A TALE of two banks is fast emerging. While Lloyds is being readied for a return to the private sector five years after it came close to collapse, Royal Bank of Scotland appears caught in the headlights.
Shares in the largely state-owned lender have come under intense pressure since news of chief executive Stephen Hester’s departure emerged earlier this month.
Compounding the investor concerns over a power vacuum at the top is the lack of clarity over the future direction of the bank, and whether it faces being broken up.
Friday saw RBS top the FTSE 100 fallers’ board, with a slide of more than 7 per cent. Since Hester was ousted, some £4.5 billion has been wiped off the taxpayer’s stake in the bank. At just below 282p, the shares are well short of the 442p sale price that the bank regards as break even.
RBS faces an outstanding capital shortfall of more than £3bn but has made assurances to the City regulator that it can plug that gap without tapping shareholders for cash.
The clear cause of the investor unrest lies at the feet of a dithering government intent on bashing its own asset. In his Mansion House address, Chancellor George Osborne said the Treasury would conduct an “urgent” review of a recommendation by the Parliamentary Commission on Banking Standards that RBS be split into so-called good and bad banks.
The proposal is not a new one and the likely conclusion, analysts say, is that a break-up would not lead to an upturn in lending. It’s difficult to see what can be gained from any investigation and the longer it drags on, the greater the pressure on RBS’s stock.
Prospective CEOs must look askance at recent developments. They will have seen Hester do a praiseworthy job of restructuring the bank – shedding nearly £1 trillion of non-core assets, while restoring confidence in the City – only to be shown the door before the job was completed.
The top post at RBS may have become a poisoned chalice.
Lowdown on the high street
JUST how healthy is the British high street? Last week’s official snapshot would suggest that all is rosy. The rebound in sales volumes in May may have been driven by supermarket offers on food, but there were encouraging signs elsewhere, particularly among clothing retailers.
Analysts have suggested that the weather played its part, or the timing of Easter caused distortions. Certainly, reading too much into one month’s numbers is unwise.
Many of the nation’s shopping thoroughfares continue to resemble a mouthful of rotten teeth due to their gap sites.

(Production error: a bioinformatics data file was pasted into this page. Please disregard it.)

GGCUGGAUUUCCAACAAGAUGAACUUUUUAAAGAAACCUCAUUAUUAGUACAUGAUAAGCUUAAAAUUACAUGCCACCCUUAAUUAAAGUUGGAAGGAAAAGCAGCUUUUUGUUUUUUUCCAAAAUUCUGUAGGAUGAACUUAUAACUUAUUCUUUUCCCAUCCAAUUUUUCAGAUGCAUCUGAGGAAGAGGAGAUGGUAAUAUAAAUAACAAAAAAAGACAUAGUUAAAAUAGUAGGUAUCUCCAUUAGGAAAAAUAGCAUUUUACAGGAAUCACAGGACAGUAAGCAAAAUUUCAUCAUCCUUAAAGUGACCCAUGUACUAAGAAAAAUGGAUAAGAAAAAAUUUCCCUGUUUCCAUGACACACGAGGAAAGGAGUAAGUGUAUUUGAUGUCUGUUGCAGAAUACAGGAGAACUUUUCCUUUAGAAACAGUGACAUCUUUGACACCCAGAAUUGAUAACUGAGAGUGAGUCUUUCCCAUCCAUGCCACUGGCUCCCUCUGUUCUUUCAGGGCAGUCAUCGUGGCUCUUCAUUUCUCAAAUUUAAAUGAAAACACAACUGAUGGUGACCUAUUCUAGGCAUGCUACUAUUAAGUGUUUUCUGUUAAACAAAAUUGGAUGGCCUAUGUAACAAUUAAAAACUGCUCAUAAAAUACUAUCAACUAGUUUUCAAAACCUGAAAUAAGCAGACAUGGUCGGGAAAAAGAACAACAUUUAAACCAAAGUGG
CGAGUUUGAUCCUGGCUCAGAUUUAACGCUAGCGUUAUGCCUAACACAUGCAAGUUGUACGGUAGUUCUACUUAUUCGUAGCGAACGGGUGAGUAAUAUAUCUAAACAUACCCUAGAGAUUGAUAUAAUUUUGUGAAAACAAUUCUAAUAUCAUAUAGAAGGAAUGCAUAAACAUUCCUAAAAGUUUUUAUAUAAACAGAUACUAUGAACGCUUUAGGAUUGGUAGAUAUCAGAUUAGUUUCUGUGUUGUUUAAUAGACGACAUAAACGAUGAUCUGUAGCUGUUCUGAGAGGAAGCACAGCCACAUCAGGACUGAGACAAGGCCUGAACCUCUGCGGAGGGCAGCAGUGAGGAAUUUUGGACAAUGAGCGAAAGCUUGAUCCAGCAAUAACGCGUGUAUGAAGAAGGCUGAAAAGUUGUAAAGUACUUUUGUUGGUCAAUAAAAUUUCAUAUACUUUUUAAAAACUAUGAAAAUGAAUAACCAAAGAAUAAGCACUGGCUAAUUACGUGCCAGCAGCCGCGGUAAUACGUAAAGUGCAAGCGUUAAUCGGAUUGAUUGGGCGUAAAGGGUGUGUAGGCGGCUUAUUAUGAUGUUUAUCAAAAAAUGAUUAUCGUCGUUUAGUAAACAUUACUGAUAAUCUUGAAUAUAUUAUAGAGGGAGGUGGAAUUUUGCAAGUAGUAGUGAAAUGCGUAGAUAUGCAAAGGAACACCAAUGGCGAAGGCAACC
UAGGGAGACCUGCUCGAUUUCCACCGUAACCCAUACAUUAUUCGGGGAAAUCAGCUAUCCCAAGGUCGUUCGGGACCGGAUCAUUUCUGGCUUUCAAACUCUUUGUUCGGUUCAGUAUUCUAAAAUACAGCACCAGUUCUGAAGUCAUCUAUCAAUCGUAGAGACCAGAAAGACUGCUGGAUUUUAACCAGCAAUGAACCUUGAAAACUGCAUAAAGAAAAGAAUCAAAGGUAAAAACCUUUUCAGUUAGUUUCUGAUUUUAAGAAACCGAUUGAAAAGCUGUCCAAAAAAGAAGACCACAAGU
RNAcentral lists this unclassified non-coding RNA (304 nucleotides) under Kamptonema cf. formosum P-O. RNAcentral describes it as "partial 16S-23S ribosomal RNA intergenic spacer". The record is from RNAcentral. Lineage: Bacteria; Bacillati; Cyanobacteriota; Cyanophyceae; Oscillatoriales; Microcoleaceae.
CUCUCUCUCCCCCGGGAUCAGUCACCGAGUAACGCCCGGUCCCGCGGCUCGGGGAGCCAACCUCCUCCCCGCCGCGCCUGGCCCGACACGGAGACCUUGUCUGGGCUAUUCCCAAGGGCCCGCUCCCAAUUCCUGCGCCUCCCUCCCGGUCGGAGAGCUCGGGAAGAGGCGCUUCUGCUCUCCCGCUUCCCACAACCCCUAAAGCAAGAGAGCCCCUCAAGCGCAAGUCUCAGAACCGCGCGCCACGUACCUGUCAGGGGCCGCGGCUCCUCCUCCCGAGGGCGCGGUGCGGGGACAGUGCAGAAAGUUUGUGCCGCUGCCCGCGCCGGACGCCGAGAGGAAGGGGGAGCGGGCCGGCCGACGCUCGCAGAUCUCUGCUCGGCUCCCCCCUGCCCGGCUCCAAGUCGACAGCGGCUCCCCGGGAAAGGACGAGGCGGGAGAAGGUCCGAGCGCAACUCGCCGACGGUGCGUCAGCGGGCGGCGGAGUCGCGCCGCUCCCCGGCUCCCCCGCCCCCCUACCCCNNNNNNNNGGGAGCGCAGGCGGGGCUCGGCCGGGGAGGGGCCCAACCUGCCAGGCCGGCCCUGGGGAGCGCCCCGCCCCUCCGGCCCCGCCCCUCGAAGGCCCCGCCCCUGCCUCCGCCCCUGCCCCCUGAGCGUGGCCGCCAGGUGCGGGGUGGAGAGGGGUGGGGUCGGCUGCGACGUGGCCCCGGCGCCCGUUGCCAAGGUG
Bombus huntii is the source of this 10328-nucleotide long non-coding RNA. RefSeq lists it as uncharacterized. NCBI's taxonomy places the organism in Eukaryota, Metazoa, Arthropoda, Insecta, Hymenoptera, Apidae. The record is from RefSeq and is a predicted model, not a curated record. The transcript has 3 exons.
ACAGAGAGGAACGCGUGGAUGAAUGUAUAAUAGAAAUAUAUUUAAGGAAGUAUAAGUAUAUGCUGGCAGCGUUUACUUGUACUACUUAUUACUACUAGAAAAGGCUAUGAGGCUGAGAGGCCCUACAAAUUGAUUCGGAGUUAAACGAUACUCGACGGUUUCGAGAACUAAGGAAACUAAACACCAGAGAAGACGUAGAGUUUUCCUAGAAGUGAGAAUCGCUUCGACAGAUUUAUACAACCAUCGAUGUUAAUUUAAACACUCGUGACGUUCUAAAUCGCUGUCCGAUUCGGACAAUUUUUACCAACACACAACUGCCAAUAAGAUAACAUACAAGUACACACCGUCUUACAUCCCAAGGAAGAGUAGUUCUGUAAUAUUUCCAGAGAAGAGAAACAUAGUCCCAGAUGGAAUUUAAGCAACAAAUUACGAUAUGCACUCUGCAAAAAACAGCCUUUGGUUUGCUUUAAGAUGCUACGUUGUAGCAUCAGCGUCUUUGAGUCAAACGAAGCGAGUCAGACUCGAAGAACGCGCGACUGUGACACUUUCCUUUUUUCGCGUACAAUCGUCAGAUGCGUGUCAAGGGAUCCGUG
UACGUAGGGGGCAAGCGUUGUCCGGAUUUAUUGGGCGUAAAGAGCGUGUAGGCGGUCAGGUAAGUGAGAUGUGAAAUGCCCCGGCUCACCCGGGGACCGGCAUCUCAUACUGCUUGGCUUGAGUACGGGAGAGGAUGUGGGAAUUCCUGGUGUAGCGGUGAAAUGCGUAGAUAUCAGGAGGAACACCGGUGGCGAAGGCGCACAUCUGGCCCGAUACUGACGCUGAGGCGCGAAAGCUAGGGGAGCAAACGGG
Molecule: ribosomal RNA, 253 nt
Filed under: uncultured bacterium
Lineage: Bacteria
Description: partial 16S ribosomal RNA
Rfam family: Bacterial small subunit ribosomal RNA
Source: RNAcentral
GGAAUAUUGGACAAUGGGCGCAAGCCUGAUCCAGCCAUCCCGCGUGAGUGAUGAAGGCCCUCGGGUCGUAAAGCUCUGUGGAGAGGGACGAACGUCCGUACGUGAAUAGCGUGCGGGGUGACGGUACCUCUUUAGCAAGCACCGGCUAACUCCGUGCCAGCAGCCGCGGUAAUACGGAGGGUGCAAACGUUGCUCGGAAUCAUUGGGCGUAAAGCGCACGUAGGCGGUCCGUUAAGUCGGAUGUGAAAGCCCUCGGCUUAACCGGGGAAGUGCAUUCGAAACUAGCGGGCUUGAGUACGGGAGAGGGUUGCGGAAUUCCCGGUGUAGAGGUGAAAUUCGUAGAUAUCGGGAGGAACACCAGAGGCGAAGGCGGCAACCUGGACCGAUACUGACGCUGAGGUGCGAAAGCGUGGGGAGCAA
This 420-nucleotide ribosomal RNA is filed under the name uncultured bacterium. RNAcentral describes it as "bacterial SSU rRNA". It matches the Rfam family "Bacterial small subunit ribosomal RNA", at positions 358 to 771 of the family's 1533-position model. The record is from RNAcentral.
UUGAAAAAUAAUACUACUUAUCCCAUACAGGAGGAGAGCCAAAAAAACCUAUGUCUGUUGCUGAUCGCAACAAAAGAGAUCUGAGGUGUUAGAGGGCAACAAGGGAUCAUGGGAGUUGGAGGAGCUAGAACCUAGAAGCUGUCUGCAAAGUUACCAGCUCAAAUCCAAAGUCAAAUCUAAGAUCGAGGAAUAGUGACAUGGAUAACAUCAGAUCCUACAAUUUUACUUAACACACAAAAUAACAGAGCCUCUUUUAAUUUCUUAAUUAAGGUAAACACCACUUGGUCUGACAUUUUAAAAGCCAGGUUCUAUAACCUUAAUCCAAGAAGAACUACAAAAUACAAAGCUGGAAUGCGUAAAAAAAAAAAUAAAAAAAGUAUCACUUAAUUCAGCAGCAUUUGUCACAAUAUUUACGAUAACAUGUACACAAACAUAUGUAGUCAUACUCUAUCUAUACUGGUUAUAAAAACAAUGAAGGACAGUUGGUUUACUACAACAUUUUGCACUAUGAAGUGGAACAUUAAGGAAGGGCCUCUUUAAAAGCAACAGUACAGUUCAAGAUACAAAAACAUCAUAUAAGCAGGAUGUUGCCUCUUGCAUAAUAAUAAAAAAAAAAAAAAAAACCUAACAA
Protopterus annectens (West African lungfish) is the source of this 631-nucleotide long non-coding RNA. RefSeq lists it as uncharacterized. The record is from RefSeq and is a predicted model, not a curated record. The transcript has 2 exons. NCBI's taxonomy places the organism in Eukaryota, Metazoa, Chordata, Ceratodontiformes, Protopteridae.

Even Mary “Queen of Shops” Portas has failed to work her magic after it emerged that ten of the 12 towns taking part in a scheme backed by the retail guru had seen an increase in the number of empty shops.
It is churlish to single out Portas for criticism. One person was never going to solve the retail sector’s many ills. While the pilot schemes have been backed by central government funding, critics say the cash has been used inefficiently.
In defence, Portas stresses that there can be “no quick fixes”. Her plans to reinvigorate down-at-heel high streets by bringing in a mix of shops, cafes, pubs, restaurants and residential property are laudable. Many towns that have diversified – or curbed the onslaught of the big supermarkets – are flourishing.
One of the most telling numbers in the latest official statistics release was the 10.3 per cent jump in online sales – five times the rate for bricks-and-mortar takings.
The way in which people buy things is going through seismic change and the humble old high street is struggling to keep up.
Beer makers with bottle
THE BrewDog boys know how to make an entrance. Co-founders Martin Dickie and James Watt drove a tank through the streets of London last week to publicise their latest fund-raising efforts.
Round three of the North-east brewer’s “Equity for Punks” scheme aims to raise £4 million as the maker of such delights as Tactical Nuclear Penguin and Sink the Bismark looks to open more bars and bottle shops.
BrewDog, which has brought in ex-Allied Domecq boss Philip Bowman as an adviser, must start to look rather appealing to some of its bigger peers.